Environmental chemicals may be associated with endometriosis. No published research has focused on the possible role of perfluorochemicals (PFCs) despite their widespread presence in human tissues.
We formulated two samples. The first was an operative sample comprising 495 women aged 18–44 years scheduled for laparoscopy/laparotomy at one of 14 participating clinical sites in the Salt Lake City or San Francisco area, 2007–2009. The second was a population-based sample comprising 131 women matched to the operative sample on age and residence within a 50-mile radius of participating clinics. Interviews and anthropometric assessments were conducted at enrollment, along with blood collection for the analysis of nine PFCs, which were quantified using liquid chromatography-tandem mass spectrometry. Endometriosis was defined based on surgical visualization (in the operative sample) or magnetic resonance imaging (in the population sample). Using logistic regression, we estimated odds ratios (ORs) and 95% confidence intervals (CIs) for each PFC (log-transformed), adjusting for age and body mass index, and then parity.
Serum perfluorooctanoic acid (PFOA; OR = 1.89 [95% CI = 1.17–3.06]) and perfluorononanoic acid (2.20 [1.02–4.75]) were associated with endometriosis in the operative sample; findings were moderately attenuated with parity adjustment (1.62 [0.99–2.66] and 1.99 [0.91–4.33], respectively). Perfluorooctane sulfonic acid (1.86 [1.05–3.30]) and PFOA (2.58 [1.18–5.64]) increased the odds for moderate/severe endometriosis, although the odds were similarly attenuated with parity adjustment (OR = 1.50 and 1.86, respectively).
Select PFCs were associated with an endometriosis diagnosis. These associations await corroboration.
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From the aDivisions of Epidemiology, Statistics and Prevention Research, Eunice Kennedy Shriver National Institute of Child Health and Human Health, Rockville, MD; bDivision Reproductive Endocrinology and Infertility, Department of Obstetrics and Gynecology, University of Utah, Salt Lake City, UT; cDepartment of Obstetrics, Gynecology and Reproductive Sciences, University of California, San Francisco, San Francisco, CA and dDepartment of Epidemiology and Biostatistics, University of California, San Francisco, CA; eDepartment of Family and Preventive Medicine, University of Utah, Salt Lake City, UT; fDivision of Maternal Fetal Medicine, Department of Obstetrics and Gynecology, University of Utah, Salt Lake City, UT; gDepartment of Radiology, University of Utah, Salt Lake City, UT; hDivision of Environmental Health Sciences, Wadsworth Center, New York State, NY; and iDepartment of Health and Environmental Health Sciences, The University at Albany, Albany, NY.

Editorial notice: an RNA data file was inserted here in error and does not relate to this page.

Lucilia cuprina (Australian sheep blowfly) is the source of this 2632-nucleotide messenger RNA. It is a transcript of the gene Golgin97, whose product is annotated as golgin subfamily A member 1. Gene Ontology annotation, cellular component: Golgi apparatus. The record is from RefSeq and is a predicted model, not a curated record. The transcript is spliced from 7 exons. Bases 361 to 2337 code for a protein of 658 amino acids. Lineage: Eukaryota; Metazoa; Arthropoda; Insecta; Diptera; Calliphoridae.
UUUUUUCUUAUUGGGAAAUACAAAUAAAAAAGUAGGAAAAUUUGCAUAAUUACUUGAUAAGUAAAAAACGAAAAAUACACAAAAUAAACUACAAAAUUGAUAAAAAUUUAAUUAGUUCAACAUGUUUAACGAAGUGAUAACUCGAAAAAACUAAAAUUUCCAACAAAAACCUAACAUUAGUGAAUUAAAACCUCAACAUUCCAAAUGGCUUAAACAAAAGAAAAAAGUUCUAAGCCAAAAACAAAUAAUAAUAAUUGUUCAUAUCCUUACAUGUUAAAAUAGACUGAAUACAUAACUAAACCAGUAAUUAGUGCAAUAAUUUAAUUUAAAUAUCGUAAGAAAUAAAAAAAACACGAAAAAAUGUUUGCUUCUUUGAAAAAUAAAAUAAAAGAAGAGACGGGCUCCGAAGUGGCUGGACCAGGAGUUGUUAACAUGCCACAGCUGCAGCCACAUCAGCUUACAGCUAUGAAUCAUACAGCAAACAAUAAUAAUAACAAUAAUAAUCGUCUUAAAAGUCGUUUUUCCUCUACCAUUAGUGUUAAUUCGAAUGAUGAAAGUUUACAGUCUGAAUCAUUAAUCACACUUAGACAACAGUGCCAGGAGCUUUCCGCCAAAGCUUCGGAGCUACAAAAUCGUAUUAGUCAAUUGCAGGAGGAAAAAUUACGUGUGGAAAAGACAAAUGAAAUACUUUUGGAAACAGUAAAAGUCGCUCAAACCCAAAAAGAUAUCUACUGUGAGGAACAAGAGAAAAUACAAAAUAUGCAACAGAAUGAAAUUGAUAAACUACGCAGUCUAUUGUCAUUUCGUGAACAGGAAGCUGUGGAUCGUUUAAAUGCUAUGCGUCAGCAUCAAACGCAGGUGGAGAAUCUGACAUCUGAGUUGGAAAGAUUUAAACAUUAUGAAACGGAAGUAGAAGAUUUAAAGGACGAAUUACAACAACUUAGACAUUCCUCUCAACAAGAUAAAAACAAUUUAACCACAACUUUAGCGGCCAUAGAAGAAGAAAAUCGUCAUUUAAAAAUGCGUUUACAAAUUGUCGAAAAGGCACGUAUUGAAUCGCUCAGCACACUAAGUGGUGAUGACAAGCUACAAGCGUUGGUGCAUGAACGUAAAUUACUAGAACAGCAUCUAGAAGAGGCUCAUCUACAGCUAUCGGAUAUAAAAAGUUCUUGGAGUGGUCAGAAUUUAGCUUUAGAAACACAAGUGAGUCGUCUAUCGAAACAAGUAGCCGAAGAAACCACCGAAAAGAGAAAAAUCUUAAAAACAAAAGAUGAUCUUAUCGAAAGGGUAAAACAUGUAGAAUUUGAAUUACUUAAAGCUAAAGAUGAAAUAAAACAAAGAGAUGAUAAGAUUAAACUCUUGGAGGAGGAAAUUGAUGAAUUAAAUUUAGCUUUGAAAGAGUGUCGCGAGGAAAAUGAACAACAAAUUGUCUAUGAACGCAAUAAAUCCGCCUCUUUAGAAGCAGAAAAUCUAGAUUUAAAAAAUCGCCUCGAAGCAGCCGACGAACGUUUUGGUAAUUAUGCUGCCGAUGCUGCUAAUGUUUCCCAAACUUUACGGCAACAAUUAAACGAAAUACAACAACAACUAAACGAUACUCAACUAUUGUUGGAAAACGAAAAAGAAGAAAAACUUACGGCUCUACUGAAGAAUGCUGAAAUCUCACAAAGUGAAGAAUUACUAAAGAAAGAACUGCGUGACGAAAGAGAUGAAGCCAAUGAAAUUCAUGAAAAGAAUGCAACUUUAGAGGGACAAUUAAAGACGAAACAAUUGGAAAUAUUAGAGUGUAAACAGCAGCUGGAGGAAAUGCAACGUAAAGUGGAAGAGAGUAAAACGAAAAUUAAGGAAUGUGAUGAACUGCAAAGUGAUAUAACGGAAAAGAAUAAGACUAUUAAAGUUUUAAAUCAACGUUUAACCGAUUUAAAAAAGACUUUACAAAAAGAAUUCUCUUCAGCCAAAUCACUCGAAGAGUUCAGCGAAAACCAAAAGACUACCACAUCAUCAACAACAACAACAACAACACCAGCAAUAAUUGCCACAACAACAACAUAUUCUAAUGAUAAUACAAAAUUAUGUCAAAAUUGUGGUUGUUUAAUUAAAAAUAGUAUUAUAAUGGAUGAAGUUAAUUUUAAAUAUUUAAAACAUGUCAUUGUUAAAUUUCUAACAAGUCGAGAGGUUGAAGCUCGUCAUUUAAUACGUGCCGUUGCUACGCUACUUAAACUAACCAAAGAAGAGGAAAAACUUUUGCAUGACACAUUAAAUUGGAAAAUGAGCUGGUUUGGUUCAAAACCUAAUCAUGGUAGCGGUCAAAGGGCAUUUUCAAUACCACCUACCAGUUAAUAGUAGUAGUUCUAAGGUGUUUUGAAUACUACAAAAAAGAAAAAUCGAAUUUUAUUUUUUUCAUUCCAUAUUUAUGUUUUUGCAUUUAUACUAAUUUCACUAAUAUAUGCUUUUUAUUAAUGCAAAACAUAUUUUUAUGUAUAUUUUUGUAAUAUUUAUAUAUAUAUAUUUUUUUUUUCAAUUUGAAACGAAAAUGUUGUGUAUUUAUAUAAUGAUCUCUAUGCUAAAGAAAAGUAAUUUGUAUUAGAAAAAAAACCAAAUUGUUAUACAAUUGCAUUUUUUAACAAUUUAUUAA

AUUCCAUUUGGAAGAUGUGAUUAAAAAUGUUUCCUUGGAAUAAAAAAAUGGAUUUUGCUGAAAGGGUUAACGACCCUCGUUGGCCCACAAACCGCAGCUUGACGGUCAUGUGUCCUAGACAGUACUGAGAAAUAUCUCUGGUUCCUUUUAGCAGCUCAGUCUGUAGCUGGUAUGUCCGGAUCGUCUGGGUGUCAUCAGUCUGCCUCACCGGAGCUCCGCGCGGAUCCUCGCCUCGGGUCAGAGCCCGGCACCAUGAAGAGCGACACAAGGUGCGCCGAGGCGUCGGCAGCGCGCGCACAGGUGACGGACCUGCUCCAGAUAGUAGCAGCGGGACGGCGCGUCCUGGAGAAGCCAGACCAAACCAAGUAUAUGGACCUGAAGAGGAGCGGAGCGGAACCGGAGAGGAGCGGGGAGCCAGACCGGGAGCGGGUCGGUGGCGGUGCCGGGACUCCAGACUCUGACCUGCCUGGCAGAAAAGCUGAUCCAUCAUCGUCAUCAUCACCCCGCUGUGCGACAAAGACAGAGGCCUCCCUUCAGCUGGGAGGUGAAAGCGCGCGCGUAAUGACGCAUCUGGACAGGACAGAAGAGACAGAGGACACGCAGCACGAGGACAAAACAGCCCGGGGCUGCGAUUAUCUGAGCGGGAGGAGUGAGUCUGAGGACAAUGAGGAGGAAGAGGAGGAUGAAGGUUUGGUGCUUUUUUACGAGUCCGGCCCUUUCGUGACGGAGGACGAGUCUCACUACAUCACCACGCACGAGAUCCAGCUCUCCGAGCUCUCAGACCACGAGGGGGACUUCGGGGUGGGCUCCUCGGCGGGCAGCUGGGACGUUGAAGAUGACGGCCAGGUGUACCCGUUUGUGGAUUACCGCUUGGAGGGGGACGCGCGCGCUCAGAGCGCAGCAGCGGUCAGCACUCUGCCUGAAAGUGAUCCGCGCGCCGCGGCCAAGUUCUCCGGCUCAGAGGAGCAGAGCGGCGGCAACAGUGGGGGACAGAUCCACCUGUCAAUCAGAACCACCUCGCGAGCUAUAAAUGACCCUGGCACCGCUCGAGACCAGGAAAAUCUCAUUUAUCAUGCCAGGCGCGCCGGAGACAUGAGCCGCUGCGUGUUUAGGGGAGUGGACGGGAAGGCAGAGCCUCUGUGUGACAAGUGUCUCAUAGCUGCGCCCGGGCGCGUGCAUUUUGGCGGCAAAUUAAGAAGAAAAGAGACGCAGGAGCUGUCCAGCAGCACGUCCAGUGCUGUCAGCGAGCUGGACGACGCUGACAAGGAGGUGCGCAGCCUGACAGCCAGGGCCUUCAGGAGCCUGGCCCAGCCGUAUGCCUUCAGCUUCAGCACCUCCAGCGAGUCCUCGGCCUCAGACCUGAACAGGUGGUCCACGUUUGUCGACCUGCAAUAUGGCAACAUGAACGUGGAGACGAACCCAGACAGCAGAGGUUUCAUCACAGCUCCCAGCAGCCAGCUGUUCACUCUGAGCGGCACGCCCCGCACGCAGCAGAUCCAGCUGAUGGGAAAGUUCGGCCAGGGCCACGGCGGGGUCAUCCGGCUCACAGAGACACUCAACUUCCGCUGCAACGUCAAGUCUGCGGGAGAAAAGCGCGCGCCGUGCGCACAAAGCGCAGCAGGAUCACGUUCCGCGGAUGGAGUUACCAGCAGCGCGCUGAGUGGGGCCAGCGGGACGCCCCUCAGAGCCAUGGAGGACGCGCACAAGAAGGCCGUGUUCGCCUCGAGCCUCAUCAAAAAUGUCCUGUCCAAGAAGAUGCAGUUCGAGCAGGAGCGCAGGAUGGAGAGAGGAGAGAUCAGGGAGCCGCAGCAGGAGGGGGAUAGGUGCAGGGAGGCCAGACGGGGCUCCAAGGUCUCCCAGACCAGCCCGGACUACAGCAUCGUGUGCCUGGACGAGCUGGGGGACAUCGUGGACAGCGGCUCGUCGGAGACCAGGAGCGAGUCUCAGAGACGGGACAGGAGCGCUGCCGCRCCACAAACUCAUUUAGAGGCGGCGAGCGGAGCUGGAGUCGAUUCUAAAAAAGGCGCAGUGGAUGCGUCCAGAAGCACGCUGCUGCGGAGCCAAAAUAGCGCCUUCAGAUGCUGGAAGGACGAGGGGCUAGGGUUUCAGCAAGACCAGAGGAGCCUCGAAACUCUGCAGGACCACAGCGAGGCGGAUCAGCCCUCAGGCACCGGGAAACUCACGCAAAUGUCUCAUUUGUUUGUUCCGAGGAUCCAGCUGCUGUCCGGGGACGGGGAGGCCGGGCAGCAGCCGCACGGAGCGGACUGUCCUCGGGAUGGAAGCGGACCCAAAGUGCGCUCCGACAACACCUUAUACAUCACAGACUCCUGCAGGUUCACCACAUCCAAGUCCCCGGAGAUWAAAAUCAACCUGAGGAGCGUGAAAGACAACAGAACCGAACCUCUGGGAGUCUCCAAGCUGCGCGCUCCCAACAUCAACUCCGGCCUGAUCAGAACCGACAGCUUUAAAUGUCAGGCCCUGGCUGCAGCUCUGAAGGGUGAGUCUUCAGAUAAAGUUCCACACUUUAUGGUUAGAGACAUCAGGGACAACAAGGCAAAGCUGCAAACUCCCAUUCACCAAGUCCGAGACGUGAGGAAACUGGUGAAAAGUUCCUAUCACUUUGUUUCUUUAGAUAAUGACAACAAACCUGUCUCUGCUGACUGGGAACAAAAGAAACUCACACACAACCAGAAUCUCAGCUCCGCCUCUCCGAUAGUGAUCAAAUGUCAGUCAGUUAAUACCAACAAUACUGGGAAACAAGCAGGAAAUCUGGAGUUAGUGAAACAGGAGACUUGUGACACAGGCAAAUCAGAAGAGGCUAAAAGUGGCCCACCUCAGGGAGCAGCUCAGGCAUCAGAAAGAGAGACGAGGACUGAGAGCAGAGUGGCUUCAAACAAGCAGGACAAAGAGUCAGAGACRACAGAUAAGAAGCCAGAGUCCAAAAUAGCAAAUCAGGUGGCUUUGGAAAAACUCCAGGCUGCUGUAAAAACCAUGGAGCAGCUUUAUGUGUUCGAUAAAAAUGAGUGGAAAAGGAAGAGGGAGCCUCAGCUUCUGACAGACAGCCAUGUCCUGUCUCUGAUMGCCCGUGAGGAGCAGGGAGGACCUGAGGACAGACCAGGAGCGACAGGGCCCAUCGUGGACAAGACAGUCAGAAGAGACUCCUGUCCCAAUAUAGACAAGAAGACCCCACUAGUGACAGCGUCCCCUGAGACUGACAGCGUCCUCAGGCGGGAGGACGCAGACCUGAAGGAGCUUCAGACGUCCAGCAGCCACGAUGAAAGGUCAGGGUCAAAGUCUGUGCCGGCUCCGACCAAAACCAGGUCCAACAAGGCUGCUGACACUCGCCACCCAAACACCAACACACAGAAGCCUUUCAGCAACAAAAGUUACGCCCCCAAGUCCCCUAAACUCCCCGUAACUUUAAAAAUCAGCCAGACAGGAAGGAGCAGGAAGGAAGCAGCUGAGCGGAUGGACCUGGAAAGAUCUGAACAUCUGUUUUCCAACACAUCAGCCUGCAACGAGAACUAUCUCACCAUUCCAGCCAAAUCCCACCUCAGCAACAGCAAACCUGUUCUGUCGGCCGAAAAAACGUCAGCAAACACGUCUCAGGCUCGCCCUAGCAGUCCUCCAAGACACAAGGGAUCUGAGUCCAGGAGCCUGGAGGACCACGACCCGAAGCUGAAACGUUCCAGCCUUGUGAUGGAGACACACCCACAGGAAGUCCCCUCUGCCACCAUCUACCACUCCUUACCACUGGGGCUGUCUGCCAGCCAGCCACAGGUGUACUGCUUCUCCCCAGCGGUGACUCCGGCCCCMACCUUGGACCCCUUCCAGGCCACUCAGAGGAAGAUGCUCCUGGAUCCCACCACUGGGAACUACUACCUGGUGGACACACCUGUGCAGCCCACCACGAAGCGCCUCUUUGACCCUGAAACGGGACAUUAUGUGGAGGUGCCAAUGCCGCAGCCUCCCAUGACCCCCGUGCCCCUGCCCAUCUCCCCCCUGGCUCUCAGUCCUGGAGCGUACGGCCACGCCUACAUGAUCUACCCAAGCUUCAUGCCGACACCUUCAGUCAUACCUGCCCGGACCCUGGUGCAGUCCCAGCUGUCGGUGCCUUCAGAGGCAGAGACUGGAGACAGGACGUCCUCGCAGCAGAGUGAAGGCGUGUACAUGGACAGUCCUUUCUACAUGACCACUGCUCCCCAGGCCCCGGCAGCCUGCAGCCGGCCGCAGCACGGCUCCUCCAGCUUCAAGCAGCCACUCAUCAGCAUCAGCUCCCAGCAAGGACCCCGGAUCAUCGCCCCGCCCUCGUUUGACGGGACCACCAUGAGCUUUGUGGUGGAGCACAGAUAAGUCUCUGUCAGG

Submitted 29 November 2011; accepted 20 April 2012; posted 18 September 2012.
Supported by the Intramural Research Program, Eunice Kennedy Shriver National Institute of Child Health and Human Development (NICHD), National Institutes of Health (contracts NO1-DK-6–3428; NO1-DK-6–3427; 10001406-02; 10001406-02).
Supplemental digital content is available through direct URL citations in the HTML and PDF versions of this article (www.epidem.com). This content is not peer-reviewed or copy-edited; it is the sole responsibility of the author.
Correspondence: Germaine M. Buck Louis, Division of Epidemiology, Statistics and Prevention Research, Eunice Kennedy Shriver National Institute of Child Health and Human Health, 6100 Executive Blvd.; Room 7B03, Rockville, MD 20852. E-mail: email@example.com.